Nicolò Molin (1562-1608), who was one of the most important politician of the “Serenissima”, decided to build a new villa just outside Padova, knonw as “il palazzo al ponte della Cagna”.
Niccolò was the venetian ambassador to Florence and to James I of England (1603-1606, savio di terraferma (cousellor of the Republic) (1601-1603), and in 1607 he married the doughter of the Doge Marino Grimani.
When Nicolò wished to erect a villa for summer use that would be suited to the family's standing, it was natural to turn to Scamozzi, first among Venetian architects since the death of Palladio in 1580. He was responsible for the completion of the Villa Rotonda after Palladio's death, and designed the low central dome modelled on that of the Pantheon with a central oculus
The villa was rapidly completed but not long enjoyed by its patron, who died on 9 May, 1608.
After his death the house was inherited by his brother Francesco.
Seven years later he conveyed the villa to conte Pio Capodilista who had many properties in the area; it passed to his son Annibale, then to the heirs of Annibale's sister Sigismonda. Alienated from the Conti family in 1768-72, its return was the signal for a thorough-going restoration of its interiors in the hands of conte Antonio, Capodilista, which gave to the smaller rooms the rococo stucco decorations of their vaulted ceilings.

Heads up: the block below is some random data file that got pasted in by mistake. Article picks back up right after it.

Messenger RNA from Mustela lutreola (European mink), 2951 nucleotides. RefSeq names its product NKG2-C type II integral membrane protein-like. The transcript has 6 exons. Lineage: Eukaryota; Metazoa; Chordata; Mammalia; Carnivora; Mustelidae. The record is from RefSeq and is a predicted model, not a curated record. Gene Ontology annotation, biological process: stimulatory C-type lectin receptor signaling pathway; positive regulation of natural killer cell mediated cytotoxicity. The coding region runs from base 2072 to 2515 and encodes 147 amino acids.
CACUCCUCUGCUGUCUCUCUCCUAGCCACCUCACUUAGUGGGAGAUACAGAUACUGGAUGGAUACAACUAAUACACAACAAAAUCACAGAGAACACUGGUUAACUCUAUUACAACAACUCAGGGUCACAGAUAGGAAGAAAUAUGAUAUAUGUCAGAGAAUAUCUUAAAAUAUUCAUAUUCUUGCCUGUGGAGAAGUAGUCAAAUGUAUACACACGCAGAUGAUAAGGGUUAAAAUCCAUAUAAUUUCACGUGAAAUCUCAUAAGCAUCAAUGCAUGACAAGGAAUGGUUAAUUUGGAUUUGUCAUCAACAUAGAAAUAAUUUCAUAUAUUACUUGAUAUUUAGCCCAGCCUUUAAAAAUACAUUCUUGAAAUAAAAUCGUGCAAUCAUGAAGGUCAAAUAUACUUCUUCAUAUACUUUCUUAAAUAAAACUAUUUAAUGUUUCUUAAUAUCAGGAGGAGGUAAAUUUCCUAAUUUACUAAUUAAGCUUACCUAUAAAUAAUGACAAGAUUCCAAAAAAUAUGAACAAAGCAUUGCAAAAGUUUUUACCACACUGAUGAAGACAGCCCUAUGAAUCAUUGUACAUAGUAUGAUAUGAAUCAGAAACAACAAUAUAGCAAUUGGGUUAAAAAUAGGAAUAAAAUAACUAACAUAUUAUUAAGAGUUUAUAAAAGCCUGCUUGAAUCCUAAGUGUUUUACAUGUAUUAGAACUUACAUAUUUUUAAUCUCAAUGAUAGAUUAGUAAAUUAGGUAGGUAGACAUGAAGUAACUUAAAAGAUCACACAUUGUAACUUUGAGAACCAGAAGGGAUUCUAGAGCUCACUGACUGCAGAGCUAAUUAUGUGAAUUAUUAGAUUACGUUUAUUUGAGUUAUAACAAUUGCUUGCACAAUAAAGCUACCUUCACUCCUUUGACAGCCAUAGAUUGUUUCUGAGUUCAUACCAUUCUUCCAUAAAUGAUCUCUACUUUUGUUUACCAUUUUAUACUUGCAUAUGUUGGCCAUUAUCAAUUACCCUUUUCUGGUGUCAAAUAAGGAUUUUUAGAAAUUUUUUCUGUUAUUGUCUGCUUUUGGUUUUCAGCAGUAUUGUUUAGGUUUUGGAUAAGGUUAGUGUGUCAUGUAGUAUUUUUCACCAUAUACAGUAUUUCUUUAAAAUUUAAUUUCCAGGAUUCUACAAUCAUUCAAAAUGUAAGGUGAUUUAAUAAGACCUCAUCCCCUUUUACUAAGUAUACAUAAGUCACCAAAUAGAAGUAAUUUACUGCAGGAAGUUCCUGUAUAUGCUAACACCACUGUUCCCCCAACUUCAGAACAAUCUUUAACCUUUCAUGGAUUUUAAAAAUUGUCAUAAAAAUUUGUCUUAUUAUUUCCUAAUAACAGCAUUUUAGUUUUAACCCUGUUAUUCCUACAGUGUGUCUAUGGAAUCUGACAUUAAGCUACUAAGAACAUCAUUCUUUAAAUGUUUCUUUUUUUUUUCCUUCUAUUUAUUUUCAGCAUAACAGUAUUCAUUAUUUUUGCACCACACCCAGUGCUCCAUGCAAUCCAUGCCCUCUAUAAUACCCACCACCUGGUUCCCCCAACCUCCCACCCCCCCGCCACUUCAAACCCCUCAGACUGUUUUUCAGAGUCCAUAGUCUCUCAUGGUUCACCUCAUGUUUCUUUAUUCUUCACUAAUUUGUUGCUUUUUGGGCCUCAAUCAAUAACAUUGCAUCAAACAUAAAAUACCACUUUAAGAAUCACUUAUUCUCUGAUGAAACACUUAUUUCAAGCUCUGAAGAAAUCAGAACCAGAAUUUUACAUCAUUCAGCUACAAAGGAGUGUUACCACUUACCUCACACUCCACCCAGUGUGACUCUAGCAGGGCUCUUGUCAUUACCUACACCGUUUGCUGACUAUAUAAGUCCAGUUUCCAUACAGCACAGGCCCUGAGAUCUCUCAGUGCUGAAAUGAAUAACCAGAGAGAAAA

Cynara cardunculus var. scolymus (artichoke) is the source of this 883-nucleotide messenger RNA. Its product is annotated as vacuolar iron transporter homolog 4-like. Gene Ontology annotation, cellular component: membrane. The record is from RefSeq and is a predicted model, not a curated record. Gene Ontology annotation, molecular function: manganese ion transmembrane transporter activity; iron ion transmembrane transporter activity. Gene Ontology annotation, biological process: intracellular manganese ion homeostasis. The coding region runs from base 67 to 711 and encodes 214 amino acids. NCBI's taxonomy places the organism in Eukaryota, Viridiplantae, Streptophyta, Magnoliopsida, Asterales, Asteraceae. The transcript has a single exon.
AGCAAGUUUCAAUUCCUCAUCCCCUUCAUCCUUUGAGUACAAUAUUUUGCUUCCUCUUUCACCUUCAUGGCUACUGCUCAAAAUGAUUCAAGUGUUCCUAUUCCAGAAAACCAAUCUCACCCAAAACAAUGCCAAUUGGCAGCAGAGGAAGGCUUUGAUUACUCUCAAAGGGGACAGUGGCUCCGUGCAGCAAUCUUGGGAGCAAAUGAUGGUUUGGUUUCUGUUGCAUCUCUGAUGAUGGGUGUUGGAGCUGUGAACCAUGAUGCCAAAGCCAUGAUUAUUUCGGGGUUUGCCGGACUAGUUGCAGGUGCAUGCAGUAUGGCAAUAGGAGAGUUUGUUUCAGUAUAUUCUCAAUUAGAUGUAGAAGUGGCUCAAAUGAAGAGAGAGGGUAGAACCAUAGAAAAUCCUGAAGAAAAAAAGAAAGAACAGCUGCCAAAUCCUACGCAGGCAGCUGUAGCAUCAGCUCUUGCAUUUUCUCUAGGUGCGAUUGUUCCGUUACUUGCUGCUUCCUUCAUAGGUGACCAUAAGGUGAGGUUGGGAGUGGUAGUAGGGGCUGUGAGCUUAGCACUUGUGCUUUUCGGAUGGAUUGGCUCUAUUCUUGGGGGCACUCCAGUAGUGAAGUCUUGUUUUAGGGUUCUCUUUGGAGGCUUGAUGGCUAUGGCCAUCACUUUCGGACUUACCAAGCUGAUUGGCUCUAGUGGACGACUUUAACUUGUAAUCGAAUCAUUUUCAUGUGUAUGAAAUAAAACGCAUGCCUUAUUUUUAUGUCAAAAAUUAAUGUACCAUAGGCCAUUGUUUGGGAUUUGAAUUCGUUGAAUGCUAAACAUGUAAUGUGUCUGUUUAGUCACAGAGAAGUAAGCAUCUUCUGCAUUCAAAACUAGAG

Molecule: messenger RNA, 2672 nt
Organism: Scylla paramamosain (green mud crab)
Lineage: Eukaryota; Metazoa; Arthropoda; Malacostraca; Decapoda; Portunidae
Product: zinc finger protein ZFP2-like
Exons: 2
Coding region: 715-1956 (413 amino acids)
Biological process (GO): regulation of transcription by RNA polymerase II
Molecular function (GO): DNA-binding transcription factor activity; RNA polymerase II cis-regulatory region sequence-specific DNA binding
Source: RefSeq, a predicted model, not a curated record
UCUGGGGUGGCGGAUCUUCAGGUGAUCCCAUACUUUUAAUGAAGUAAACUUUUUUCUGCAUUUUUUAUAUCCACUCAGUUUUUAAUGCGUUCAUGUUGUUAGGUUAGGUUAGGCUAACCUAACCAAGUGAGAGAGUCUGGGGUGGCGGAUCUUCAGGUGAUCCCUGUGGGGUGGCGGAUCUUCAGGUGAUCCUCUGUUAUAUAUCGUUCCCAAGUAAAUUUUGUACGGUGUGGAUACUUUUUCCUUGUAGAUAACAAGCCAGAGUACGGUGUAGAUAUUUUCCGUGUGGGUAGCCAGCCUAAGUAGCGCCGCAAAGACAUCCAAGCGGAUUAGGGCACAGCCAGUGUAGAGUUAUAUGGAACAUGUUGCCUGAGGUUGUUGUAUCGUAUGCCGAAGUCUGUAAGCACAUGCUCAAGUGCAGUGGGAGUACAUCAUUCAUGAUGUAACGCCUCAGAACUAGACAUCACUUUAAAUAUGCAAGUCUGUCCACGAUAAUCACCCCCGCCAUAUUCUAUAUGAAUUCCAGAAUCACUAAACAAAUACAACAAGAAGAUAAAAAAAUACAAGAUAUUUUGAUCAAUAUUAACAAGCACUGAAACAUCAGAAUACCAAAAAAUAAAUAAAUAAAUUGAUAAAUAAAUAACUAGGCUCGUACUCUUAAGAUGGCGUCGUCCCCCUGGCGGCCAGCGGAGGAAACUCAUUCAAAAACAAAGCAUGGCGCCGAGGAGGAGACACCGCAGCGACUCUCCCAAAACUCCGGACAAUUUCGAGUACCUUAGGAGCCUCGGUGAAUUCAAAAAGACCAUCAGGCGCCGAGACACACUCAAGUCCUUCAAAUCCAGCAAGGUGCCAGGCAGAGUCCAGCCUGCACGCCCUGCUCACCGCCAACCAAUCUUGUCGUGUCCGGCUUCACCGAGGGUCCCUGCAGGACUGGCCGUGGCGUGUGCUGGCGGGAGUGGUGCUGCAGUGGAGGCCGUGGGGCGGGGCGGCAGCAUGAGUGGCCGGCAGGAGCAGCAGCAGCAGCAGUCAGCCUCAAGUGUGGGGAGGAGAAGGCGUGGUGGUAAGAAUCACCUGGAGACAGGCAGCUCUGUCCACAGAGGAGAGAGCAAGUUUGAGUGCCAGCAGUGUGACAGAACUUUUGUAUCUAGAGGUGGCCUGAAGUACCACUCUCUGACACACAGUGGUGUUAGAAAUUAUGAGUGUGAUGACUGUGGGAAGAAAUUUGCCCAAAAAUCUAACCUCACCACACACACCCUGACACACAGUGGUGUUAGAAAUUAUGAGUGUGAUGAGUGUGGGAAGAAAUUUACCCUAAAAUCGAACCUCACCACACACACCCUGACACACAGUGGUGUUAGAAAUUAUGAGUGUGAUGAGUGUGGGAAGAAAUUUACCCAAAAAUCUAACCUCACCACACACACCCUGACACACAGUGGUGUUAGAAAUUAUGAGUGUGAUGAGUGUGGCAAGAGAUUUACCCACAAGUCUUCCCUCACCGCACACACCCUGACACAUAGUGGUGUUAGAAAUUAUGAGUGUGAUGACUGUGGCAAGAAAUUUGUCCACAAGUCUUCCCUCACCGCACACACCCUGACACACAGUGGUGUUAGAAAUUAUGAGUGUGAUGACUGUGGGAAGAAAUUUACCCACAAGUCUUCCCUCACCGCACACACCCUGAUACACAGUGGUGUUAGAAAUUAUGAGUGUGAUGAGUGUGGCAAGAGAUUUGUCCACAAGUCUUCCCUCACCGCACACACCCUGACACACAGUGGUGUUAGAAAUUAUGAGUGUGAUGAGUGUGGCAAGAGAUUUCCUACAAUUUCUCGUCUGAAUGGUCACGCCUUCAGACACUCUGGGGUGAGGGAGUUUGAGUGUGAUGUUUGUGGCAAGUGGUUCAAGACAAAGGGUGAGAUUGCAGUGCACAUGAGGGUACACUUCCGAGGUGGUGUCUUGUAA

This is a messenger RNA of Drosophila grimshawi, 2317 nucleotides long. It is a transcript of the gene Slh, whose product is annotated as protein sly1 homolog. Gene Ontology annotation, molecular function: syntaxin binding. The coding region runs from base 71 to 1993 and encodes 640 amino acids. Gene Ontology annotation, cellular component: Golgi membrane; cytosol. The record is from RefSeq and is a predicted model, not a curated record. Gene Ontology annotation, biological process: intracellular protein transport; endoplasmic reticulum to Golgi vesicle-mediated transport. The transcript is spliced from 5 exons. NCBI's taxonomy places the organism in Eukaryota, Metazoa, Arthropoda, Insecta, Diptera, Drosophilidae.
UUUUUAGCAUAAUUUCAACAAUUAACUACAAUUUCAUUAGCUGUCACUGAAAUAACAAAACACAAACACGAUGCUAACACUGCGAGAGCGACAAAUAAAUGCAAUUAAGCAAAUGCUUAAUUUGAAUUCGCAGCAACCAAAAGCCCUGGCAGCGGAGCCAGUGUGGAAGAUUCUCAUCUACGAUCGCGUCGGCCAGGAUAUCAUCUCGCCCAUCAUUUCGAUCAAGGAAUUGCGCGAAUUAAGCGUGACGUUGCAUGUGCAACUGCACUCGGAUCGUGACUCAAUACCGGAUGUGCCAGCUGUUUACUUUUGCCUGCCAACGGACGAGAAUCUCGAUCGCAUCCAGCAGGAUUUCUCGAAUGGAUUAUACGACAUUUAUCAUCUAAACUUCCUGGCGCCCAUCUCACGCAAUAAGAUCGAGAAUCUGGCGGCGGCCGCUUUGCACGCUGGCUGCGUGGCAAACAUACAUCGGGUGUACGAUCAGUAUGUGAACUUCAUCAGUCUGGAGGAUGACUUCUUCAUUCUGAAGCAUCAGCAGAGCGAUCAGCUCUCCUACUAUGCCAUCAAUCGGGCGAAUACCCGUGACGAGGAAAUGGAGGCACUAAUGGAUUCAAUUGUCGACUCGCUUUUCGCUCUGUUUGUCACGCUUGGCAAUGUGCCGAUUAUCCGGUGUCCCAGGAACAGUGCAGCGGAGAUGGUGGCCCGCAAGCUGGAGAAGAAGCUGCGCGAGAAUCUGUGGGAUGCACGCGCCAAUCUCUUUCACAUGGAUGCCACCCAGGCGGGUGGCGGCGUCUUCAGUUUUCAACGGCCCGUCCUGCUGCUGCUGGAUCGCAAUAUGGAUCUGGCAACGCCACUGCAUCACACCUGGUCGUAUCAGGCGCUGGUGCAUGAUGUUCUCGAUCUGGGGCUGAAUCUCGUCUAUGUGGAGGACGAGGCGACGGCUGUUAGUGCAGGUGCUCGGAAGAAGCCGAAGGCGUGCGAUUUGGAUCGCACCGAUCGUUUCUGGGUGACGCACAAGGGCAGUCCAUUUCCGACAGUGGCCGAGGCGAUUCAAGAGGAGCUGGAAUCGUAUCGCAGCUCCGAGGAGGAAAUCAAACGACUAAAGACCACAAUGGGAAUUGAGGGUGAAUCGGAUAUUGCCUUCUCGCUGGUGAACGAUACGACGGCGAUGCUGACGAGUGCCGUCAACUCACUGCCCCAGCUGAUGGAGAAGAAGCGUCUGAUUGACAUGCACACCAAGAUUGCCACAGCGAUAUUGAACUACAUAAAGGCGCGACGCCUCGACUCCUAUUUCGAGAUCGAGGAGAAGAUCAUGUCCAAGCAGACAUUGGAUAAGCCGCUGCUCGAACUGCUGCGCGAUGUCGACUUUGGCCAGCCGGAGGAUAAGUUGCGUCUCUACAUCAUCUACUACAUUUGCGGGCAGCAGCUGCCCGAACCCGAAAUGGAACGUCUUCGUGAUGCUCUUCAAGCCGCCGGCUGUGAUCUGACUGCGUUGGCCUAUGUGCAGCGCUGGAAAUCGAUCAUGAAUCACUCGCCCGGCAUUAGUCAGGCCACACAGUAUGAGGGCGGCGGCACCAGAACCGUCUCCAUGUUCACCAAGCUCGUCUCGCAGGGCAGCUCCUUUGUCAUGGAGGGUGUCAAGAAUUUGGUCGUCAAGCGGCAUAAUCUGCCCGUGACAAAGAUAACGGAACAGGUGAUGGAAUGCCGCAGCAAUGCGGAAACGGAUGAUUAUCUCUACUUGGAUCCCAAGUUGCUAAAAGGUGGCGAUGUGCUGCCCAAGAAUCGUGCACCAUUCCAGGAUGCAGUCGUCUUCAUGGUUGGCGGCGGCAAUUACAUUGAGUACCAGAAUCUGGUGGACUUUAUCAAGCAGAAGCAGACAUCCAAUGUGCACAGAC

Passing through heiresses in the nineteenth century, the villa's lands were subdivided and it was eventually reduced to a farmhouse before being rehabilitated by a sympathetic new owner, marquis Michele Dondi dell' Orologio. He provided the villa with its grand exterior staircase to the piano nobile and planted the surrounding parkland with specimen trees, now at full maturity.
During World War I, the villa served as military command headquarters and was the site of preliminary negotiations that led to the signing of the Austrian-Italian Armistice of Villa Giusti on 3th novembre 1918. In 1955 Villa Molin was restored again by the industrialist Igino Kofler, who replanted the formal Italian walled gardens with boxwood-edged beds.
The perfect geometrical coherence of the villa is the trademark of its creator and one of the distinctive features of the building.
The interior of the villa is truly magnificent and is even more stunning than the exterior.
The stucco-faced structure is built on a perfectly square plan, raised on a high rusticated service basement with an Ionic portico, lifted well above the public towpath and facing the Canal. This primary façade of the villa is reminiscent of Andrea Palladio's Villa Rotonda or the Villa Foscari (called "La Malcontenta").
The solid sides of the pronaos are pierced by grand arch-headed openings to provide additional cross-draft in summer heat.
The villa's other façades are simply treated and harmoniously symmetrical, with central Serlian windows, surmounted by the rectangular lanterna formed by the high cubical central room that rises through the center of the roof, lit by tripartite lunette windows on each face.
The grand central room thus enclosed is frescoed with feigned architecture — niches, columns, balustrades — and flanked by symmetrically arranged smaller and lower barrel-vaulted rooms that are linked by generous arched openings. Thus there is an articulated central reception space in the form of a Greek cross. The vestibules give onto more intimate spaces, in a series of cubes, double cubes and "golden mean" rectangles characteristic of cinquecento villa floorplans.